Home Shop e-Learning Lost for Words: Level 1 Bereavement Support Training

Lost for Words: Level 1 Bereavement Support Training

Lost for Words: Level 1 Bereavement Support Training


  • Please enter a username(s) that you would like to use on the e-Learning system (We cannot guarantee that your username is available but we will do our best). Please separate each username with a comma, e.g. joeblogs1, joeblogs2.
  • In order to enable your online learning account we need a valid email address(es) for each participant. Please separate each email address with a comma.
SKU: 100 Category:

Product Description

Lost for Words was developed by the Irish Hospice Foundation as a response to identified deficits in bereavement services. Work began on the resource in January 2010. Lost for Words is offering „Level 1‟ bereavement support, which means that the training is geared for the general public. At this level, people can offer the bereaved accurate information, practical help and social support – most, or 66%, of bereaved people need support at this level.

The online training course includes case studies dealing with suicide, terminal illness and the death of a child. It offers guidelines on the appropriate support to offer a bereaved person in these situations. It also provides valuable tips on what to say and what not to say to a bereaved person. With inputs from bereavement experts and featuring Miriam O‟Callaghan herself, the video-based course allows participants to learn about best practice bereavement support in the comfort of their home or workplace.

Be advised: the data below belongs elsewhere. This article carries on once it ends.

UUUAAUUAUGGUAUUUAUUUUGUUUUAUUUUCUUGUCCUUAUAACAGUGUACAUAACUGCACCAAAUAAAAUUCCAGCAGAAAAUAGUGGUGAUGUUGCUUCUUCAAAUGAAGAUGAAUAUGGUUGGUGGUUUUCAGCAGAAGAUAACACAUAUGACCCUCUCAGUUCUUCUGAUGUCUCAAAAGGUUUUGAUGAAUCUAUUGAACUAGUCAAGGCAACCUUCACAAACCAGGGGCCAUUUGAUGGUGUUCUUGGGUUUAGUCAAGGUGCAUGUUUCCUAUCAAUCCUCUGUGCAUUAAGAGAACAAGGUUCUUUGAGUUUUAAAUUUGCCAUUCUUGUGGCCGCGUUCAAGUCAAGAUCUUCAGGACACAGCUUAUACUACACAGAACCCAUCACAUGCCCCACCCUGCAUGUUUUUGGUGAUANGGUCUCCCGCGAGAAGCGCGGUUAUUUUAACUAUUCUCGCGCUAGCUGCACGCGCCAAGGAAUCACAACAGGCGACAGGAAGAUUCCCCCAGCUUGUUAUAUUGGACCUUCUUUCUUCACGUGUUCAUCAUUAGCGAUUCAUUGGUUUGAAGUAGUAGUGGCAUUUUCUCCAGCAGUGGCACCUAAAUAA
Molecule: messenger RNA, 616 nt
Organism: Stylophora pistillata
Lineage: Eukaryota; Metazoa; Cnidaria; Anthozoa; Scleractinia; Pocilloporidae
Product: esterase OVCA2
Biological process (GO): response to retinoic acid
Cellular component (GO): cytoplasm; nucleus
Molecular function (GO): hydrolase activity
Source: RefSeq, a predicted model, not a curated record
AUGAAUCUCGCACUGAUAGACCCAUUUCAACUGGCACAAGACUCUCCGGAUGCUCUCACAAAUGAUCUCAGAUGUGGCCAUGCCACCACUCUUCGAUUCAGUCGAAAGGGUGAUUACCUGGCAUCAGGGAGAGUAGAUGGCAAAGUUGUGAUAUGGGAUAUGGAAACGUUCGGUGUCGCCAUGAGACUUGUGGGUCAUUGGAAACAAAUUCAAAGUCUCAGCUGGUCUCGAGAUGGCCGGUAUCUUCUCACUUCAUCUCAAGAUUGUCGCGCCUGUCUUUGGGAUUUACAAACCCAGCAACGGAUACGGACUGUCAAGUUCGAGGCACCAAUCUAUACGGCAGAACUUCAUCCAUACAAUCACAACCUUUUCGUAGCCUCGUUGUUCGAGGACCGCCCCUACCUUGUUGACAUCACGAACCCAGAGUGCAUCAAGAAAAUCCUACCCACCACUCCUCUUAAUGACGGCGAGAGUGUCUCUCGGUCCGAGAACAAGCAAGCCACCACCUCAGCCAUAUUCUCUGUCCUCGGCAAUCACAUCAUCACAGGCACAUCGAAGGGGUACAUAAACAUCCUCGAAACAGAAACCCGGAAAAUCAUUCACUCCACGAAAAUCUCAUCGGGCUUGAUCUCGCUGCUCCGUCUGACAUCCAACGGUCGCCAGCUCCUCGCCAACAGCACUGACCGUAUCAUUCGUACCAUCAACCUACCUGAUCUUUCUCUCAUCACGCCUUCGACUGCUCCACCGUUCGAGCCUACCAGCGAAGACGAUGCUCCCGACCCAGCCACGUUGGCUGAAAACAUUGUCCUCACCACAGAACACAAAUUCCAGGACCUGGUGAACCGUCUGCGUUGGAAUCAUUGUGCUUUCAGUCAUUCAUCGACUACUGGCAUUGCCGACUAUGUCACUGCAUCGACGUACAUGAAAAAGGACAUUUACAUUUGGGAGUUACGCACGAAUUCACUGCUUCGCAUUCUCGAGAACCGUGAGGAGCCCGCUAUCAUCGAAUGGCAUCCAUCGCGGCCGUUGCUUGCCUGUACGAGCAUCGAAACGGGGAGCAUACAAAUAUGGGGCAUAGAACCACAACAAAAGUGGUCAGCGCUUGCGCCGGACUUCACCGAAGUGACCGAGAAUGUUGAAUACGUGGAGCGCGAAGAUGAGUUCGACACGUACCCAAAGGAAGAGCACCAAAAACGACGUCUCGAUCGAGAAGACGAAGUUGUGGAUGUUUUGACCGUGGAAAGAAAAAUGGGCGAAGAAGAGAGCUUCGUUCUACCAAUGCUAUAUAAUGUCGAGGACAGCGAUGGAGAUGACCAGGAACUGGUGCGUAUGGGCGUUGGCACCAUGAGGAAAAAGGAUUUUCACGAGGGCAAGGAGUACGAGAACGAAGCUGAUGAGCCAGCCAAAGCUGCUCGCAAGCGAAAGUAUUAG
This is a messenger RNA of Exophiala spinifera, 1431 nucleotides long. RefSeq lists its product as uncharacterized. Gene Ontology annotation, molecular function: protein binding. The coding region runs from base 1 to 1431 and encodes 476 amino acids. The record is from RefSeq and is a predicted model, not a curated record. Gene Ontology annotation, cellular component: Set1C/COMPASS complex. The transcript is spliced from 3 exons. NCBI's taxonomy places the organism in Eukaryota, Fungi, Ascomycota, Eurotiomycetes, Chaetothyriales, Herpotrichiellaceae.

The course is 60 minutes long and has three modules:

  • Module 1 – Understanding the grieving process
  • Module 2 – How to support someone who is bereaved
  • Module 3 – Special grief scenearios including Suicide, Death of a child and Terminal illness.

It is estimated that 300,000 people are directly affected by bereavement each year in Ireland. Approximately one in 10 of the working population is directly affected by a death annually, while one in 25 workers is caring for a seriously ill relative.

Back to the Top